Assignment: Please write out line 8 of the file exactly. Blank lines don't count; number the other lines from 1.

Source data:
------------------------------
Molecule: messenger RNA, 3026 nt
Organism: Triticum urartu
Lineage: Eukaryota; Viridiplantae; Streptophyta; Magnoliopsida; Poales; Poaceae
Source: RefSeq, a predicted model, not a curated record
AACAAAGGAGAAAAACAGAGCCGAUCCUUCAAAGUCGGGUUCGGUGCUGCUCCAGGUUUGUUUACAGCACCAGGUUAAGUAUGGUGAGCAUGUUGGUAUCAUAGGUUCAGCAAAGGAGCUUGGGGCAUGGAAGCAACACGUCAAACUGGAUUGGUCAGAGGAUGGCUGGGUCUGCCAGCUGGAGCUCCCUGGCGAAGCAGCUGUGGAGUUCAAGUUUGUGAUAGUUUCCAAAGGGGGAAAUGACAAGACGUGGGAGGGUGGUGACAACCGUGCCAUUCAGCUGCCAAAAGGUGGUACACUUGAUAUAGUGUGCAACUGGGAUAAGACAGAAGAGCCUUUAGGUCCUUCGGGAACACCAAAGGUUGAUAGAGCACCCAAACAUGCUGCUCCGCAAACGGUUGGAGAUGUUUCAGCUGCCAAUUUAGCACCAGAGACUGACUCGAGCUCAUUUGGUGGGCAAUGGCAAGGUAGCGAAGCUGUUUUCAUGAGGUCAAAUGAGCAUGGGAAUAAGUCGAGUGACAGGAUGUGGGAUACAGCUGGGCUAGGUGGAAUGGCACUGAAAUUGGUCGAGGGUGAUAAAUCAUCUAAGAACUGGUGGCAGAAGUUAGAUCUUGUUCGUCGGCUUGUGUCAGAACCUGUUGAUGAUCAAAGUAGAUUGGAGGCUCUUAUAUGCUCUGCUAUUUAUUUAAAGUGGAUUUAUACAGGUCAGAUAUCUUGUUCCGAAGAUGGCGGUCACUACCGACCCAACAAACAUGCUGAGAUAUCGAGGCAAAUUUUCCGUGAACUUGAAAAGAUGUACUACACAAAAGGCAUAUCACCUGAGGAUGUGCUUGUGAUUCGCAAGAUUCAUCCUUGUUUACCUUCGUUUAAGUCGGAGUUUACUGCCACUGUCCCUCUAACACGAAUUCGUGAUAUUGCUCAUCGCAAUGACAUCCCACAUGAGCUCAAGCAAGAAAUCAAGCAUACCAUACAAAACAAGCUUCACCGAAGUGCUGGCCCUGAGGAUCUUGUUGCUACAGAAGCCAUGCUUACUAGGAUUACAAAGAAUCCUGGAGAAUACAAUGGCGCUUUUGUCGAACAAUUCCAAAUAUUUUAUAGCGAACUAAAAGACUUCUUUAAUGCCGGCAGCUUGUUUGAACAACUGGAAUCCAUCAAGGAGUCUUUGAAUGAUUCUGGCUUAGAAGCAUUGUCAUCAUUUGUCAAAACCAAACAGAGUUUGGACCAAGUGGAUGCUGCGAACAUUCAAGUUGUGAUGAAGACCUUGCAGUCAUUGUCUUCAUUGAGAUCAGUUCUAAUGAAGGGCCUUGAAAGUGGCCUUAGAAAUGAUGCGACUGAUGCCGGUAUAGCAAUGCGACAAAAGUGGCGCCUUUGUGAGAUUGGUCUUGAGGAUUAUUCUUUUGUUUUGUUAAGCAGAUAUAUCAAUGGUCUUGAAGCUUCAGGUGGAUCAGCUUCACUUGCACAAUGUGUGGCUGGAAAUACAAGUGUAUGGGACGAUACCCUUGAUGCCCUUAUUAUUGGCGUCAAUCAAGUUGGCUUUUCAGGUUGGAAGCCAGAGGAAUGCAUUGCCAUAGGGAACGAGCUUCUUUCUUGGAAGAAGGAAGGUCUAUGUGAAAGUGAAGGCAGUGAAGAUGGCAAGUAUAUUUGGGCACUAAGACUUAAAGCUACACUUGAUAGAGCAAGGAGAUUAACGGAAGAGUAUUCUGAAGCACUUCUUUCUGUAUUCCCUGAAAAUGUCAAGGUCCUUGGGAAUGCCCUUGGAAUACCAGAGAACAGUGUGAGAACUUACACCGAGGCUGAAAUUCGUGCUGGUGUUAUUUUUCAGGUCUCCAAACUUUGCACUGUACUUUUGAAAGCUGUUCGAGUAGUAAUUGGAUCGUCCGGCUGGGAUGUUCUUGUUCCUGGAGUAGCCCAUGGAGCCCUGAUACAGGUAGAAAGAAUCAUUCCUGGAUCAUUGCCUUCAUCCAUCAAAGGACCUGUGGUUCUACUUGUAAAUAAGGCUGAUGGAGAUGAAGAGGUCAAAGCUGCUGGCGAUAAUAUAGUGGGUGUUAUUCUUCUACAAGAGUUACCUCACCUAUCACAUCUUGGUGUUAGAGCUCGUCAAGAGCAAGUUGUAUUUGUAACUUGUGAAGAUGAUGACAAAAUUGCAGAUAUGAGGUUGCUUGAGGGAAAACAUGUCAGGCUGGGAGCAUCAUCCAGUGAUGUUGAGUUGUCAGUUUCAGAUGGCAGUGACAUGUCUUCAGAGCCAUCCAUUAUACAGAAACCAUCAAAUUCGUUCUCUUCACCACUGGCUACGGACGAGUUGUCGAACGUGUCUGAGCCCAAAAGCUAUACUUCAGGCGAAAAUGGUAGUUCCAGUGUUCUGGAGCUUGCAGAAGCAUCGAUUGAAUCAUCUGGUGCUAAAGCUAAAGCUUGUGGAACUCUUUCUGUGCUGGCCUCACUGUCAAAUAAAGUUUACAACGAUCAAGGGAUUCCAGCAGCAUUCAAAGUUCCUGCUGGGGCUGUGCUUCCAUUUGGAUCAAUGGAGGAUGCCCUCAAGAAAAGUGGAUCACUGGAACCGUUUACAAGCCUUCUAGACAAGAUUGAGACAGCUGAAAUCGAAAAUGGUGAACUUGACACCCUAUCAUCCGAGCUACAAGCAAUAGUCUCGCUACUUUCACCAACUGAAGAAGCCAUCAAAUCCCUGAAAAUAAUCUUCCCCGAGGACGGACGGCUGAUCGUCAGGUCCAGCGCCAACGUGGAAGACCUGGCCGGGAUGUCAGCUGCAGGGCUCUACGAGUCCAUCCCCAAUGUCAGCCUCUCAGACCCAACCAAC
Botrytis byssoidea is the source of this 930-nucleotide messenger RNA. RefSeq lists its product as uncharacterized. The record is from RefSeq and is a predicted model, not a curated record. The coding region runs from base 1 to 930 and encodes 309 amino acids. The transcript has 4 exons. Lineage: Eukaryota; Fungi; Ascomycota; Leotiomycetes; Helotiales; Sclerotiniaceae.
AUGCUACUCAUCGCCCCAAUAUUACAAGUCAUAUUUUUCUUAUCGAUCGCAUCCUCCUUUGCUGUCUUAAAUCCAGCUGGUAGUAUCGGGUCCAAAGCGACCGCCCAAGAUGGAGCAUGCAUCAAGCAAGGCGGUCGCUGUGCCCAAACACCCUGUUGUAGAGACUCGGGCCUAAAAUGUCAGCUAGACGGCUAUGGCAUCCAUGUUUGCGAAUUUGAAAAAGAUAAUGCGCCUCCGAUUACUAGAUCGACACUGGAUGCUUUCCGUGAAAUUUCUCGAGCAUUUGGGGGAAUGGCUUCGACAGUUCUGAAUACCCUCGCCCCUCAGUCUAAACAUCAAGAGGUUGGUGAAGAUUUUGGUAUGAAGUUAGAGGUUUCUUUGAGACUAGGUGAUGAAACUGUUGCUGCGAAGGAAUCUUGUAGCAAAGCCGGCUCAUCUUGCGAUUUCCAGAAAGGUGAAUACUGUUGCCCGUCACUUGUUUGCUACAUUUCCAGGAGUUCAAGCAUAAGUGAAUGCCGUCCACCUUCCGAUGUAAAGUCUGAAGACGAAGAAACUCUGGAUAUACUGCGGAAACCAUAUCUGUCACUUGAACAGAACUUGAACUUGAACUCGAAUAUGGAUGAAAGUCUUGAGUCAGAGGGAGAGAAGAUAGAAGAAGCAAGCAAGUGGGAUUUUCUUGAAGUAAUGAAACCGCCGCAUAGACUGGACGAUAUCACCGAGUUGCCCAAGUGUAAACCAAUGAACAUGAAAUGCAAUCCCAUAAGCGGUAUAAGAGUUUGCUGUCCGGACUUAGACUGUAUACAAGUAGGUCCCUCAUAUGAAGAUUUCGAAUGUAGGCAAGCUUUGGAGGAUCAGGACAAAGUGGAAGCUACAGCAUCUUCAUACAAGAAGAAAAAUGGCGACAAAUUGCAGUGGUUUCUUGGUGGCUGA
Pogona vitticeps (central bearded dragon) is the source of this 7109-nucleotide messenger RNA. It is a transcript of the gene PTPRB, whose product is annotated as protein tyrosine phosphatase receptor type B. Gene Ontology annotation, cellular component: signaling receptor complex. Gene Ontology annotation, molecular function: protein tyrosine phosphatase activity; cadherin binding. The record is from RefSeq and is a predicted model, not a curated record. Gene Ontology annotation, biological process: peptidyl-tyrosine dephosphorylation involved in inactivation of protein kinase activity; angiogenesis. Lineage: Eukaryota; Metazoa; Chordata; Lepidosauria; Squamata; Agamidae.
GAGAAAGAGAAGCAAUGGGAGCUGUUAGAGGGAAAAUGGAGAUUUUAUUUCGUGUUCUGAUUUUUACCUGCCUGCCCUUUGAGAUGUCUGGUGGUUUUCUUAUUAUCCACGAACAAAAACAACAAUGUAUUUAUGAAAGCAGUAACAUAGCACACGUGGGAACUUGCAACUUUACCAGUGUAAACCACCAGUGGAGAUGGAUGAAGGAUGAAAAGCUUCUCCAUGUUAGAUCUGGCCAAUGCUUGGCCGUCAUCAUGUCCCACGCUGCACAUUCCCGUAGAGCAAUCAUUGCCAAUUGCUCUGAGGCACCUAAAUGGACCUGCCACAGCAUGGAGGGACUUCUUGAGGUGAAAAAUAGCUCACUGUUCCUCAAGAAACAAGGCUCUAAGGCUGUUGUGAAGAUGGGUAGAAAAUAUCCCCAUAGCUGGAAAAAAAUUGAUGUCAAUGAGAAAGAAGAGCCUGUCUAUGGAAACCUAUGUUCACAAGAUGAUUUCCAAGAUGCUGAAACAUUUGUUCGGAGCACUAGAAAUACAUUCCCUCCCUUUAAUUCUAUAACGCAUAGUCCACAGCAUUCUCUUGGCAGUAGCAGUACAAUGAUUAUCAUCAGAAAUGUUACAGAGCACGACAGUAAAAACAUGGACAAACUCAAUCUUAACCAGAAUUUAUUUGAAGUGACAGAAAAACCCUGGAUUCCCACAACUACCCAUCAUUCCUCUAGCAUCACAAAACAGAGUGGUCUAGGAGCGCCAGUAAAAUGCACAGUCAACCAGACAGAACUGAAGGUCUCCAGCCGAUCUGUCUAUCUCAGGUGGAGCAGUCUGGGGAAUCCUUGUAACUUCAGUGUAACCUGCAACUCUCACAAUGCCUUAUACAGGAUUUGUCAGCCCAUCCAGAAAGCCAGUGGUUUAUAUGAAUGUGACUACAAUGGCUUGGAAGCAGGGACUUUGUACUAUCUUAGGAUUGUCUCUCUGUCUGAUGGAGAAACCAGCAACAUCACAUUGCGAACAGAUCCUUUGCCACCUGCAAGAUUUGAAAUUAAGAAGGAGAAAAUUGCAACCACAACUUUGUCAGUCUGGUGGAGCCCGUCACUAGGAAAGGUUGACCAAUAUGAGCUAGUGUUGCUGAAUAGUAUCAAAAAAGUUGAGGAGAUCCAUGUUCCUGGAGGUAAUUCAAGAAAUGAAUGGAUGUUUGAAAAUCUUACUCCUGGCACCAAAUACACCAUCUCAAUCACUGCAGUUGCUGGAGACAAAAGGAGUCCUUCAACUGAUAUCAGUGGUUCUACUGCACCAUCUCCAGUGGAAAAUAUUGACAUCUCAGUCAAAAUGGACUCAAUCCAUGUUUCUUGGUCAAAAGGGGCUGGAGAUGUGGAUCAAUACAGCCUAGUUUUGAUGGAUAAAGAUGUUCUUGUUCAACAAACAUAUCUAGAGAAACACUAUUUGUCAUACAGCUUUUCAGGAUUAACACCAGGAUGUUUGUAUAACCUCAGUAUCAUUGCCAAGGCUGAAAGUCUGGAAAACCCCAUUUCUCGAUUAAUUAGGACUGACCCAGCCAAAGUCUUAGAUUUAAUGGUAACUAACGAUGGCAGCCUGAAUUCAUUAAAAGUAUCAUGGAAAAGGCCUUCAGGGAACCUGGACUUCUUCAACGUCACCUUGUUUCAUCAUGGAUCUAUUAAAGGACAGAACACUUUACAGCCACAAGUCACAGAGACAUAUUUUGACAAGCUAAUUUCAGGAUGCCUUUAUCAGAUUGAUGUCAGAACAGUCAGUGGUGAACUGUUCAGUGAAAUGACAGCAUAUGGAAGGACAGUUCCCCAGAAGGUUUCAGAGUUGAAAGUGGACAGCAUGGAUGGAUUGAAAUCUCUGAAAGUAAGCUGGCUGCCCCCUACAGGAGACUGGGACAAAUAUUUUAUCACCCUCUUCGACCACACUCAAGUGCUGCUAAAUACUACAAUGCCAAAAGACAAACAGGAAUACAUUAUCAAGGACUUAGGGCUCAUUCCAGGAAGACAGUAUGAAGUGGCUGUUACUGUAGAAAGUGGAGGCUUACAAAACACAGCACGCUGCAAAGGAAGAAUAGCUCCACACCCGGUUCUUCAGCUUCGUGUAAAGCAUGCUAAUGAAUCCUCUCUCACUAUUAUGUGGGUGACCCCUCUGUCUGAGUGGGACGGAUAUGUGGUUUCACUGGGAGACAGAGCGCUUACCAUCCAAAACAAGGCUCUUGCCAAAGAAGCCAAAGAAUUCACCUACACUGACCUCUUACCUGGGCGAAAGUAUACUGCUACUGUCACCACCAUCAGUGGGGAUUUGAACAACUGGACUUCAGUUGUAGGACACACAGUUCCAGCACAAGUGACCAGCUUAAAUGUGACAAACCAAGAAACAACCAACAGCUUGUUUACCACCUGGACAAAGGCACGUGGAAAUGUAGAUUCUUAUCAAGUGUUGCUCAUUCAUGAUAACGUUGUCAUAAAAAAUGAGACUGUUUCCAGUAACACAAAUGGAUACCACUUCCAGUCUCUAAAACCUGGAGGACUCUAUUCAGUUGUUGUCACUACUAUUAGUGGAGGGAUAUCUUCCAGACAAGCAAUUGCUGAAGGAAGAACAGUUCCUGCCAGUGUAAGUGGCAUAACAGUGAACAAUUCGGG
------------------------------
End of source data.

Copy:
Pogona vitticeps (central bearded dragon) is the source of this 7109-nucleotide messenger RNA. It is a transcript of the gene PTPRB, whose product is annotated as protein tyrosine phosphatase receptor type B. Gene Ontology annotation, cellular component: signaling receptor complex. Gene Ontology annotation, molecular function: protein tyrosine phosphatase activity; cadherin binding. The record is from RefSeq and is a predicted model, not a curated record. Gene Ontology annotation, biological process: peptidyl-tyrosine dephosphorylation involved in inactivation of protein kinase activity; angiogenesis. Lineage: Eukaryota; Metazoa; Chordata; Lepidosauria; Squamata; Agamidae.